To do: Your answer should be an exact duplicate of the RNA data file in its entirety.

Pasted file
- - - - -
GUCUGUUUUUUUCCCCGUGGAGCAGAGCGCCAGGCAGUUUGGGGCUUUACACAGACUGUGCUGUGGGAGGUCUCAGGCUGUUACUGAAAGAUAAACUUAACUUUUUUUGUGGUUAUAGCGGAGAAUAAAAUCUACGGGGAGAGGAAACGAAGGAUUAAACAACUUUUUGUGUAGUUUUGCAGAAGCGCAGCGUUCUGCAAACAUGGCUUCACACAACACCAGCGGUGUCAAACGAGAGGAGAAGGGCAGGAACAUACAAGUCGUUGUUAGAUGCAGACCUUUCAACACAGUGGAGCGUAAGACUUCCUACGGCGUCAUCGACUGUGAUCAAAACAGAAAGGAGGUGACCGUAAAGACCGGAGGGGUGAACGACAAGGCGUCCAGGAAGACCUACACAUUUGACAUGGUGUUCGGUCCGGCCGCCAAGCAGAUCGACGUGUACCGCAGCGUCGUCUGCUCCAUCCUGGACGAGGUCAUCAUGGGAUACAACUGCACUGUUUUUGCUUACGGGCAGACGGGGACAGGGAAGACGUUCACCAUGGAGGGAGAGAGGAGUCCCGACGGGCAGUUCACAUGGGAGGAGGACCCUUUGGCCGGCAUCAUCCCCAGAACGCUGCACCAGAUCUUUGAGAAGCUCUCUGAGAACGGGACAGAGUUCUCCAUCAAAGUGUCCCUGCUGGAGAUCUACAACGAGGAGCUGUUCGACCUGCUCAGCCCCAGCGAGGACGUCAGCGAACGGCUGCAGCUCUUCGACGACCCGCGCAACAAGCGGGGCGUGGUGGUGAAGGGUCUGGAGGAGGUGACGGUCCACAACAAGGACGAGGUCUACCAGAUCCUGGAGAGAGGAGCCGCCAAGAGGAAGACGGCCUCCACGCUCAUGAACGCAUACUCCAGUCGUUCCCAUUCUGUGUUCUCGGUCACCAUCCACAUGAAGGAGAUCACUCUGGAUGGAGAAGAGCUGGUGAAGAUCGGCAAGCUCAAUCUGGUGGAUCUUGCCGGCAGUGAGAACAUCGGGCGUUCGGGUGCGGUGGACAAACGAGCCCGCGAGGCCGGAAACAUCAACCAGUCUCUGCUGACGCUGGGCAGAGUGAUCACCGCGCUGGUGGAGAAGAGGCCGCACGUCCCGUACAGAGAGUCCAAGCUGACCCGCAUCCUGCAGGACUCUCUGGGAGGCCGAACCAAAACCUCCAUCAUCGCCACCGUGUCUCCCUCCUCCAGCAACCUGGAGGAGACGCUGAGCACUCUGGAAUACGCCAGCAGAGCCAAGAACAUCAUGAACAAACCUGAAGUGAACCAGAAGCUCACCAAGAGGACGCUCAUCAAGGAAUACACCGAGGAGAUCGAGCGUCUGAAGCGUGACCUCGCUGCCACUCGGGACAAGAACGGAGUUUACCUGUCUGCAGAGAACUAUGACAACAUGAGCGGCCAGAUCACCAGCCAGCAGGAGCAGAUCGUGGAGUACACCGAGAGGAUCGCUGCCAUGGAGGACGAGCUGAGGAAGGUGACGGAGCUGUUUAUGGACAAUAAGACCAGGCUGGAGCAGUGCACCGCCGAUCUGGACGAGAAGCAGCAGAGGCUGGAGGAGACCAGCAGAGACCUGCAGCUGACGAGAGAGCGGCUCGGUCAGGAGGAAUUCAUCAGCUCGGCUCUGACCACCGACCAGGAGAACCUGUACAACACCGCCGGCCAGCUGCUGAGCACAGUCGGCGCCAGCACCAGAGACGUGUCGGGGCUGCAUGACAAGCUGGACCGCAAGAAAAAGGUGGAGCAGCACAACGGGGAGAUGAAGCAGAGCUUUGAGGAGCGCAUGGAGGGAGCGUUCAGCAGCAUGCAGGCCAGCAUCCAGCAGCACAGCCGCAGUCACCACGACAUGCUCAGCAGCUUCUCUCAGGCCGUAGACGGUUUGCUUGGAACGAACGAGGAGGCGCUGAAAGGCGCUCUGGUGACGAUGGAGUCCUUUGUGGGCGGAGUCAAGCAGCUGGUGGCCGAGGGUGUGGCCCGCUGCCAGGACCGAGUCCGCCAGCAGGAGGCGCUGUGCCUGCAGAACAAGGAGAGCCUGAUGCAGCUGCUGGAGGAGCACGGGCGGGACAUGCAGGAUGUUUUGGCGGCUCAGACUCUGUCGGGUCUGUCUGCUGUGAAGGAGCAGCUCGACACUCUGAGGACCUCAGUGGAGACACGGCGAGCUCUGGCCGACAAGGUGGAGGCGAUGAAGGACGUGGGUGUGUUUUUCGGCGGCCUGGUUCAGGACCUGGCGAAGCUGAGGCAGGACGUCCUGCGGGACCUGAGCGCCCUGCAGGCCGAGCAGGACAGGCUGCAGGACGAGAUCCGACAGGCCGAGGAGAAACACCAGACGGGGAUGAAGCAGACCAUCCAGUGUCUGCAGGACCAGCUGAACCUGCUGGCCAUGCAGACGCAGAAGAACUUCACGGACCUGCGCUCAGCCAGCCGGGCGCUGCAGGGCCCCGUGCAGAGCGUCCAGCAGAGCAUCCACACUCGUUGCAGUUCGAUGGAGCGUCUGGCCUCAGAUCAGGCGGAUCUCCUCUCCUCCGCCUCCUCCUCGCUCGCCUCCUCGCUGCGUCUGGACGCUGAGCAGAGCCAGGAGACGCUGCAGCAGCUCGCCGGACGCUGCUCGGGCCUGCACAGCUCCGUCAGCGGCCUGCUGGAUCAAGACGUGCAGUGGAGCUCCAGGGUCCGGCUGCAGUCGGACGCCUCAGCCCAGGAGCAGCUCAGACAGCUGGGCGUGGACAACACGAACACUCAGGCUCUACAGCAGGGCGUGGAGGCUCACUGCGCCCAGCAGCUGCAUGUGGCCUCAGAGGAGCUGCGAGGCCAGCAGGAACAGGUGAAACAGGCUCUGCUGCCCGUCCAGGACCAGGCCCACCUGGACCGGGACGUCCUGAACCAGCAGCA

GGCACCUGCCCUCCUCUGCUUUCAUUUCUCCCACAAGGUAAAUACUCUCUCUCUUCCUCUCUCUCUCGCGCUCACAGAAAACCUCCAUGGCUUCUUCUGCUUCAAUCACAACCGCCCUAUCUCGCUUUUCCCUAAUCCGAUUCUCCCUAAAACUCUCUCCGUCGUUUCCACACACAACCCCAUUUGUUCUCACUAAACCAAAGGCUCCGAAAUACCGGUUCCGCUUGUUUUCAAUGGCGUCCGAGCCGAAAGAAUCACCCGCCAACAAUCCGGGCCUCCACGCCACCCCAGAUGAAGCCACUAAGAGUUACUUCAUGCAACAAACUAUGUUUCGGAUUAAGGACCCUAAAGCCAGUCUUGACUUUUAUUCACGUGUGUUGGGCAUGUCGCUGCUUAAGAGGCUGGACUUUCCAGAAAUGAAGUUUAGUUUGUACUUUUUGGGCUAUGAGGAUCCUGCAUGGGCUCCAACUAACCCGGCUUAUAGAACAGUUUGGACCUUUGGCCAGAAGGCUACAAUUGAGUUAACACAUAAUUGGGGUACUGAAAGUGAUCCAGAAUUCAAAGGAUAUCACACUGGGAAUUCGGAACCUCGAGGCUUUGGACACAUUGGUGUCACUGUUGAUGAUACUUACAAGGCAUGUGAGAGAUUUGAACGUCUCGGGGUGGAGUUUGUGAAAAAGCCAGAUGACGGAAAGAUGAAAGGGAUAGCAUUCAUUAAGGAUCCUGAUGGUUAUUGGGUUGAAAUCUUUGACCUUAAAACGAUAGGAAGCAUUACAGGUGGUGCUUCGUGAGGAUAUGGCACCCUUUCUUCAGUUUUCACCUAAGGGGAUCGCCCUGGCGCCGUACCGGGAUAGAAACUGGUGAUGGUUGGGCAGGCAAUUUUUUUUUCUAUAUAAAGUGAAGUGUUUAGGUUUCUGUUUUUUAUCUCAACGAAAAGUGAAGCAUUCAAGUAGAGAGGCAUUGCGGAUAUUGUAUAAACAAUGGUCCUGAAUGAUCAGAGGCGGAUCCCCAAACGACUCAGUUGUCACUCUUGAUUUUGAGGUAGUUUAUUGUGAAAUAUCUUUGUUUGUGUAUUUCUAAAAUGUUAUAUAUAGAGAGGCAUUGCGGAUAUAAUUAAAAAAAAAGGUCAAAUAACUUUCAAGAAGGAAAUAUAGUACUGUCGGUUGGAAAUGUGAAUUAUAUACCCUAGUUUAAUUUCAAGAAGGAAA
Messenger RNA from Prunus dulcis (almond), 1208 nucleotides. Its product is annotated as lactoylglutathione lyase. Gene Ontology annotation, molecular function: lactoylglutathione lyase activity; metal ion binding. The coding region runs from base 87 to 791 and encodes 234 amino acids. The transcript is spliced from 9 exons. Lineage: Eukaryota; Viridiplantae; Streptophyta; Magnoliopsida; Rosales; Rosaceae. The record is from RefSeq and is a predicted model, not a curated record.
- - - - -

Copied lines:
GUCUGUUUUUUUCCCCGUGGAGCAGAGCGCCAGGCAGUUUGGGGCUUUACACAGACUGUGCUGUGGGAGGUCUCAGGCUGUUACUGAAAGAUAAACUUAACUUUUUUUGUGGUUAUAGCGGAGAAUAAAAUCUACGGGGAGAGGAAACGAAGGAUUAAACAACUUUUUGUGUAGUUUUGCAGAAGCGCAGCGUUCUGCAAACAUGGCUUCACACAACACCAGCGGUGUCAAACGAGAGGAGAAGGGCAGGAACAUACAAGUCGUUGUUAGAUGCAGACCUUUCAACACAGUGGAGCGUAAGACUUCCUACGGCGUCAUCGACUGUGAUCAAAACAGAAAGGAGGUGACCGUAAAGACCGGAGGGGUGAACGACAAGGCGUCCAGGAAGACCUACACAUUUGACAUGGUGUUCGGUCCGGCCGCCAAGCAGAUCGACGUGUACCGCAGCGUCGUCUGCUCCAUCCUGGACGAGGUCAUCAUGGGAUACAACUGCACUGUUUUUGCUUACGGGCAGACGGGGACAGGGAAGACGUUCACCAUGGAGGGAGAGAGGAGUCCCGACGGGCAGUUCACAUGGGAGGAGGACCCUUUGGCCGGCAUCAUCCCCAGAACGCUGCACCAGAUCUUUGAGAAGCUCUCUGAGAACGGGACAGAGUUCUCCAUCAAAGUGUCCCUGCUGGAGAUCUACAACGAGGAGCUGUUCGACCUGCUCAGCCCCAGCGAGGACGUCAGCGAACGGCUGCAGCUCUUCGACGACCCGCGCAACAAGCGGGGCGUGGUGGUGAAGGGUCUGGAGGAGGUGACGGUCCACAACAAGGACGAGGUCUACCAGAUCCUGGAGAGAGGAGCCGCCAAGAGGAAGACGGCCUCCACGCUCAUGAACGCAUACUCCAGUCGUUCCCAUUCUGUGUUCUCGGUCACCAUCCACAUGAAGGAGAUCACUCUGGAUGGAGAAGAGCUGGUGAAGAUCGGCAAGCUCAAUCUGGUGGAUCUUGCCGGCAGUGAGAACAUCGGGCGUUCGGGUGCGGUGGACAAACGAGCCCGCGAGGCCGGAAACAUCAACCAGUCUCUGCUGACGCUGGGCAGAGUGAUCACCGCGCUGGUGGAGAAGAGGCCGCACGUCCCGUACAGAGAGUCCAAGCUGACCCGCAUCCUGCAGGACUCUCUGGGAGGCCGAACCAAAACCUCCAUCAUCGCCACCGUGUCUCCCUCCUCCAGCAACCUGGAGGAGACGCUGAGCACUCUGGAAUACGCCAGCAGAGCCAAGAACAUCAUGAACAAACCUGAAGUGAACCAGAAGCUCACCAAGAGGACGCUCAUCAAGGAAUACACCGAGGAGAUCGAGCGUCUGAAGCGUGACCUCGCUGCCACUCGGGACAAGAACGGAGUUUACCUGUCUGCAGAGAACUAUGACAACAUGAGCGGCCAGAUCACCAGCCAGCAGGAGCAGAUCGUGGAGUACACCGAGAGGAUCGCUGCCAUGGAGGACGAGCUGAGGAAGGUGACGGAGCUGUUUAUGGACAAUAAGACCAGGCUGGAGCAGUGCACCGCCGAUCUGGACGAGAAGCAGCAGAGGCUGGAGGAGACCAGCAGAGACCUGCAGCUGACGAGAGAGCGGCUCGGUCAGGAGGAAUUCAUCAGCUCGGCUCUGACCACCGACCAGGAGAACCUGUACAACACCGCCGGCCAGCUGCUGAGCACAGUCGGCGCCAGCACCAGAGACGUGUCGGGGCUGCAUGACAAGCUGGACCGCAAGAAAAAGGUGGAGCAGCACAACGGGGAGAUGAAGCAGAGCUUUGAGGAGCGCAUGGAGGGAGCGUUCAGCAGCAUGCAGGCCAGCAUCCAGCAGCACAGCCGCAGUCACCACGACAUGCUCAGCAGCUUCUCUCAGGCCGUAGACGGUUUGCUUGGAACGAACGAGGAGGCGCUGAAAGGCGCUCUGGUGACGAUGGAGUCCUUUGUGGGCGGAGUCAAGCAGCUGGUGGCCGAGGGUGUGGCCCGCUGCCAGGACCGAGUCCGCCAGCAGGAGGCGCUGUGCCUGCAGAACAAGGAGAGCCUGAUGCAGCUGCUGGAGGAGCACGGGCGGGACAUGCAGGAUGUUUUGGCGGCUCAGACUCUGUCGGGUCUGUCUGCUGUGAAGGAGCAGCUCGACACUCUGAGGACCUCAGUGGAGACACGGCGAGCUCUGGCCGACAAGGUGGAGGCGAUGAAGGACGUGGGUGUGUUUUUCGGCGGCCUGGUUCAGGACCUGGCGAAGCUGAGGCAGGACGUCCUGCGGGACCUGAGCGCCCUGCAGGCCGAGCAGGACAGGCUGCAGGACGAGAUCCGACAGGCCGAGGAGAAACACCAGACGGGGAUGAAGCAGACCAUCCAGUGUCUGCAGGACCAGCUGAACCUGCUGGCCAUGCAGACGCAGAAGAACUUCACGGACCUGCGCUCAGCCAGCCGGGCGCUGCAGGGCCCCGUGCAGAGCGUCCAGCAGAGCAUCCACACUCGUUGCAGUUCGAUGGAGCGUCUGGCCUCAGAUCAGGCGGAUCUCCUCUCCUCCGCCUCCUCCUCGCUCGCCUCCUCGCUGCGUCUGGACGCUGAGCAGAGCCAGGAGACGCUGCAGCAGCUCGCCGGACGCUGCUCGGGCCUGCACAGCUCCGUCAGCGGCCUGCUGGAUCAAGACGUGCAGUGGAGCUCCAGGGUCCGGCUGCAGUCGGACGCCUCAGCCCAGGAGCAGCUCAGACAGCUGGGCGUGGACAACACGAACACUCAGGCUCUACAGCAGGGCGUGGAGGCUCACUGCGCCCAGCAGCUGCAUGUGGCCUCAGAGGAGCUGCGAGGCCAGCAGGAACAGGUGAAACAGGCUCUGCUGCCCGUCCAGGACCAGGCCCACCUGGACCGGGACGUCCUGAACCAGCAGCA

GGCACCUGCCCUCCUCUGCUUUCAUUUCUCCCACAAGGUAAAUACUCUCUCUCUUCCUCUCUCUCUCGCGCUCACAGAAAACCUCCAUGGCUUCUUCUGCUUCAAUCACAACCGCCCUAUCUCGCUUUUCCCUAAUCCGAUUCUCCCUAAAACUCUCUCCGUCGUUUCCACACACAACCCCAUUUGUUCUCACUAAACCAAAGGCUCCGAAAUACCGGUUCCGCUUGUUUUCAAUGGCGUCCGAGCCGAAAGAAUCACCCGCCAACAAUCCGGGCCUCCACGCCACCCCAGAUGAAGCCACUAAGAGUUACUUCAUGCAACAAACUAUGUUUCGGAUUAAGGACCCUAAAGCCAGUCUUGACUUUUAUUCACGUGUGUUGGGCAUGUCGCUGCUUAAGAGGCUGGACUUUCCAGAAAUGAAGUUUAGUUUGUACUUUUUGGGCUAUGAGGAUCCUGCAUGGGCUCCAACUAACCCGGCUUAUAGAACAGUUUGGACCUUUGGCCAGAAGGCUACAAUUGAGUUAACACAUAAUUGGGGUACUGAAAGUGAUCCAGAAUUCAAAGGAUAUCACACUGGGAAUUCGGAACCUCGAGGCUUUGGACACAUUGGUGUCACUGUUGAUGAUACUUACAAGGCAUGUGAGAGAUUUGAACGUCUCGGGGUGGAGUUUGUGAAAAAGCCAGAUGACGGAAAGAUGAAAGGGAUAGCAUUCAUUAAGGAUCCUGAUGGUUAUUGGGUUGAAAUCUUUGACCUUAAAACGAUAGGAAGCAUUACAGGUGGUGCUUCGUGAGGAUAUGGCACCCUUUCUUCAGUUUUCACCUAAGGGGAUCGCCCUGGCGCCGUACCGGGAUAGAAACUGGUGAUGGUUGGGCAGGCAAUUUUUUUUUCUAUAUAAAGUGAAGUGUUUAGGUUUCUGUUUUUUAUCUCAACGAAAAGUGAAGCAUUCAAGUAGAGAGGCAUUGCGGAUAUUGUAUAAACAAUGGUCCUGAAUGAUCAGAGGCGGAUCCCCAAACGACUCAGUUGUCACUCUUGAUUUUGAGGUAGUUUAUUGUGAAAUAUCUUUGUUUGUGUAUUUCUAAAAUGUUAUAUAUAGAGAGGCAUUGCGGAUAUAAUUAAAAAAAAAGGUCAAAUAACUUUCAAGAAGGAAAUAUAGUACUGUCGGUUGGAAAUGUGAAUUAUAUACCCUAGUUUAAUUUCAAGAAGGAAA
Messenger RNA from Prunus dulcis (almond), 1208 nucleotides. Its product is annotated as lactoylglutathione lyase. Gene Ontology annotation, molecular function: lactoylglutathione lyase activity; metal ion binding. The coding region runs from base 87 to 791 and encodes 234 amino acids. The transcript is spliced from 9 exons. Lineage: Eukaryota; Viridiplantae; Streptophyta; Magnoliopsida; Rosales; Rosaceae. The record is from RefSeq and is a predicted model, not a curated record.